Please note that, no matter how the scan lines are divided, the two passes of scanning of each region could be conducted according to any one of the three driving types described above. If overdriving is adopted, an overdriving voltage is applied during the first pass and the target voltage level is applied during the second pass. If black insertion is employed, there are two variants. One is to perform black insertion during the first pass and to apply the target voltage level during the second pass. The other one is to apply the target voltage level first and then to perform black insertion.

Although the present invention has been described with reference to the preferred embodiments, it will be understood that the invention is not limited to the details described thereof. Various substitutions and modifications have been suggested in the foregoing description, and others will occur to those of ordinary skill in the art. Therefore, all such substitutions and modifications are intended to be embraced within the scope of the invention as defined in the appended claims.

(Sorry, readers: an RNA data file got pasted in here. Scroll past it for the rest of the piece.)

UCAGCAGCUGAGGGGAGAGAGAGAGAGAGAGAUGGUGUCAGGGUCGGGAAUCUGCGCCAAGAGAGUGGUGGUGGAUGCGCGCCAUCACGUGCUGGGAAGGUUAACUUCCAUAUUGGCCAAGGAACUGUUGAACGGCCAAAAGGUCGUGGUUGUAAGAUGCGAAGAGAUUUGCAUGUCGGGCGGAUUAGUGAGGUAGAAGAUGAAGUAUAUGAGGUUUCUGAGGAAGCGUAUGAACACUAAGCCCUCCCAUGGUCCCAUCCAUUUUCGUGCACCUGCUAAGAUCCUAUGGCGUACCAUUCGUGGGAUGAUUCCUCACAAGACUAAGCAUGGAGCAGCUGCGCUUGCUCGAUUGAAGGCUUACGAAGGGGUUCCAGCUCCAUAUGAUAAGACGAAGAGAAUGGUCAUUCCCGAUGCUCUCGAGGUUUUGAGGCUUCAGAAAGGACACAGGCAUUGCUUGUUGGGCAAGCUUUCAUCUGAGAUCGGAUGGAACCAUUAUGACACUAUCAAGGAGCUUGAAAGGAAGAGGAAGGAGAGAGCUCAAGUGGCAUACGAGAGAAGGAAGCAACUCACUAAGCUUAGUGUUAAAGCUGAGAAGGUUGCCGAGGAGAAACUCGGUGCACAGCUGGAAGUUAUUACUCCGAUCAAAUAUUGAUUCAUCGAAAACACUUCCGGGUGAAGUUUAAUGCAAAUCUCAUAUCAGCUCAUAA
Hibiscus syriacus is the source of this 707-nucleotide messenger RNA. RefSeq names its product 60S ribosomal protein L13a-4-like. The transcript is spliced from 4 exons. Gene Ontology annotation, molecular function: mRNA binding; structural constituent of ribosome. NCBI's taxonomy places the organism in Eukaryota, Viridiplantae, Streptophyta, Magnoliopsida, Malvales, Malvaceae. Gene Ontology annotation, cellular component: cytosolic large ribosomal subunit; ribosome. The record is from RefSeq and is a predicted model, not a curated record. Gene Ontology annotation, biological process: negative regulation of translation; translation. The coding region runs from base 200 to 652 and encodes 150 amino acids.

Patent Citations
Cited PatentFiling datePublication dateApplicantTitle
US6903716 *Mar 7, 2003Jun 7, 2005Hitachi, Ltd.Display device having improved drive circuit and method of driving same
US7133015 *Aug 30, 2000Nov 7, 2006Sharp Kabushiki KaishaApparatus and method to improve quality of moving image displayed on liquid crystal display device
US7161575 *Nov 27, 2001Jan 9, 2007Lg.Philips Lcd Co., Ltd.Method and apparatus for driving liquid crystal display
US20030043103 *Oct 29, 2002Mar 6, 2003Fujitsu LimitedDriving method of liquid crystal display device and liquid crystal display device
US20070057904 *Sep 13, 2005Mar 15, 2007Ming-Wei HuangDriving method and system thereof for lcd multiple scan
Classifications
U.S. Classification345/100, 345/98, 345/204, 345/103, 345/87
International ClassificationG09G3/36
Cooperative ClassificationG09G2310/0205, G09G3/3666, G09G2310/0221, G09G2320/0252, G09G2310/0208, G09G2310/06
European ClassificationG09G3/36C8S
Legal Events
DateCodeEventDescription
Jul 5, 2013FPAYFee payment
Year of fee payment: 4
Sep 30, 2005ASAssignment
Owner name: VASTVIEW TECHNOLOGY INC., TAIWAN
Free format text: ASSIGNMENT OF ASSIGNORS INTEREST;ASSIGNORS:SHEN, YUH-REN;LEE, YU-LIN;LIN, CHANG-CHENG;REEL/FRAME:017062/0664
Effective date: 20050929
Owner name: VASTVIEW TECHNOLOGY INC.,TAIWAN
Free format text: ASSIGNMENT OF ASSIGNORS INTEREST;ASSIGNORS:SHEN, YUH-REN;LEE, YU-LIN;LIN, CHANG-CHENG;US-ASSIGNMENTDATABASE UPDATED:20100323;REEL/FRAME:17062/664